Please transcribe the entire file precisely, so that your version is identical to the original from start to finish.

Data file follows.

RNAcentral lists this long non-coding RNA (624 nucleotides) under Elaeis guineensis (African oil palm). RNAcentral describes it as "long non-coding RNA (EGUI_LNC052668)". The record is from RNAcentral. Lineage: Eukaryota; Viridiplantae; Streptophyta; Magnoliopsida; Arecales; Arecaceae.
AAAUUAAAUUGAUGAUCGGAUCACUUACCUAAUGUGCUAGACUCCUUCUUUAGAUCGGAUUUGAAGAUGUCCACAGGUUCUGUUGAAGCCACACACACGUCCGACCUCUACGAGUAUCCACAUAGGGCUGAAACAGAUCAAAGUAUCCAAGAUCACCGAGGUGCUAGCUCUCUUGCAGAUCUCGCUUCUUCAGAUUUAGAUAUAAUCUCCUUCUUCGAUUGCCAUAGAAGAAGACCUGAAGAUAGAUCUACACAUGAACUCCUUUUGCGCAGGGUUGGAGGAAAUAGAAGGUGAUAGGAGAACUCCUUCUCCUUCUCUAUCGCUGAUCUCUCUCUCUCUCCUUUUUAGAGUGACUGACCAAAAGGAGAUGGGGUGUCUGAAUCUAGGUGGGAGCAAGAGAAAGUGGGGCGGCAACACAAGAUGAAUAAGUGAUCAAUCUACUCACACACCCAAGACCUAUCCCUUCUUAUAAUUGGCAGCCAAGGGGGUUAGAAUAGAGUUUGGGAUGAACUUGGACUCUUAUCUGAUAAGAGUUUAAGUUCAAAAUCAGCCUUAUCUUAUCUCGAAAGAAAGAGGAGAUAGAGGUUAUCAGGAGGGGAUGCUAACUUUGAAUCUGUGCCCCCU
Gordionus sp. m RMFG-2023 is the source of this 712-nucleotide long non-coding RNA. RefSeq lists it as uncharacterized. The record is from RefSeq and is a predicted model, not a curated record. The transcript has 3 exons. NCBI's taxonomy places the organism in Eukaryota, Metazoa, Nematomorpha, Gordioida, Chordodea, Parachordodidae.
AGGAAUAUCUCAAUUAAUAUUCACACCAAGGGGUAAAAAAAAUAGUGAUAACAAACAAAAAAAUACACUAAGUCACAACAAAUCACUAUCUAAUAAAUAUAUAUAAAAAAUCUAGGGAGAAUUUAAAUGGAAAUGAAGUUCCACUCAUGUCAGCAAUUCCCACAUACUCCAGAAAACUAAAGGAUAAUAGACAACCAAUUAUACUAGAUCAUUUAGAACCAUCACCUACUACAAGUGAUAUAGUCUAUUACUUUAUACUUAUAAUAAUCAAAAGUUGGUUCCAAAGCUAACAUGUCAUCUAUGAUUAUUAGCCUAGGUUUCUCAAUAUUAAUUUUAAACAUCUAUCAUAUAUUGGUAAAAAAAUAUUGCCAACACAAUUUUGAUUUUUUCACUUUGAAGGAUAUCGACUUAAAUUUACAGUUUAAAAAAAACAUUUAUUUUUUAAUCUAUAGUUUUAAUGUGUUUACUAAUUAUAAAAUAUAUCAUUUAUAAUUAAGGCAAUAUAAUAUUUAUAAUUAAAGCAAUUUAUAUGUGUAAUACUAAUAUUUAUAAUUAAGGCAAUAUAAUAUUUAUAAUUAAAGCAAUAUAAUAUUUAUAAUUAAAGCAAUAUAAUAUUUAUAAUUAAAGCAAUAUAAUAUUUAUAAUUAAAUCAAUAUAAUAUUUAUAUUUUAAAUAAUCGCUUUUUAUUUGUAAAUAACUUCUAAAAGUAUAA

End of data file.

RNAcentral lists this long non-coding RNA (624 nucleotides) under Elaeis guineensis (African oil palm). RNAcentral describes it as "long non-coding RNA (EGUI_LNC052668)". The record is from RNAcentral. Lineage: Eukaryota; Viridiplantae; Streptophyta; Magnoliopsida; Arecales; Arecaceae.
AAAUUAAAUUGAUGAUCGGAUCACUUACCUAAUGUGCUAGACUCCUUCUUUAGAUCGGAUUUGAAGAUGUCCACAGGUUCUGUUGAAGCCACACACACGUCCGACCUCUACGAGUAUCCACAUAGGGCUGAAACAGAUCAAAGUAUCCAAGAUCACCGAGGUGCUAGCUCUCUUGCAGAUCUCGCUUCUUCAGAUUUAGAUAUAAUCUCCUUCUUCGAUUGCCAUAGAAGAAGACCUGAAGAUAGAUCUACACAUGAACUCCUUUUGCGCAGGGUUGGAGGAAAUAGAAGGUGAUAGGAGAACUCCUUCUCCUUCUCUAUCGCUGAUCUCUCUCUCUCUCCUUUUUAGAGUGACUGACCAAAAGGAGAUGGGGUGUCUGAAUCUAGGUGGGAGCAAGAGAAAGUGGGGCGGCAACACAAGAUGAAUAAGUGAUCAAUCUACUCACACACCCAAGACCUAUCCCUUCUUAUAAUUGGCAGCCAAGGGGGUUAGAAUAGAGUUUGGGAUGAACUUGGACUCUUAUCUGAUAAGAGUUUAAGUUCAAAAUCAGCCUUAUCUUAUCUCGAAAGAAAGAGGAGAUAGAGGUUAUCAGGAGGGGAUGCUAACUUUGAAUCUGUGCCCCCU
Gordionus sp. m RMFG-2023 is the source of this 712-nucleotide long non-coding RNA. RefSeq lists it as uncharacterized. The record is from RefSeq and is a predicted model, not a curated record. The transcript has 3 exons. NCBI's taxonomy places the organism in Eukaryota, Metazoa, Nematomorpha, Gordioida, Chordodea, Parachordodidae.
AGGAAUAUCUCAAUUAAUAUUCACACCAAGGGGUAAAAAAAAUAGUGAUAACAAACAAAAAAAUACACUAAGUCACAACAAAUCACUAUCUAAUAAAUAUAUAUAAAAAAUCUAGGGAGAAUUUAAAUGGAAAUGAAGUUCCACUCAUGUCAGCAAUUCCCACAUACUCCAGAAAACUAAAGGAUAAUAGACAACCAAUUAUACUAGAUCAUUUAGAACCAUCACCUACUACAAGUGAUAUAGUCUAUUACUUUAUACUUAUAAUAAUCAAAAGUUGGUUCCAAAGCUAACAUGUCAUCUAUGAUUAUUAGCCUAGGUUUCUCAAUAUUAAUUUUAAACAUCUAUCAUAUAUUGGUAAAAAAAUAUUGCCAACACAAUUUUGAUUUUUUCACUUUGAAGGAUAUCGACUUAAAUUUACAGUUUAAAAAAAACAUUUAUUUUUUAAUCUAUAGUUUUAAUGUGUUUACUAAUUAUAAAAUAUAUCAUUUAUAAUUAAGGCAAUAUAAUAUUUAUAAUUAAAGCAAUUUAUAUGUGUAAUACUAAUAUUUAUAAUUAAGGCAAUAUAAUAUUUAUAAUUAAAGCAAUAUAAUAUUUAUAAUUAAAGCAAUAUAAUAUUUAUAAUUAAAGCAAUAUAAUAUUUAUAAUUAAAUCAAUAUAAUAUUUAUAUUUUAAAUAAUCGCUUUUUAUUUGUAAAUAACUUCUAAAAGUAUAA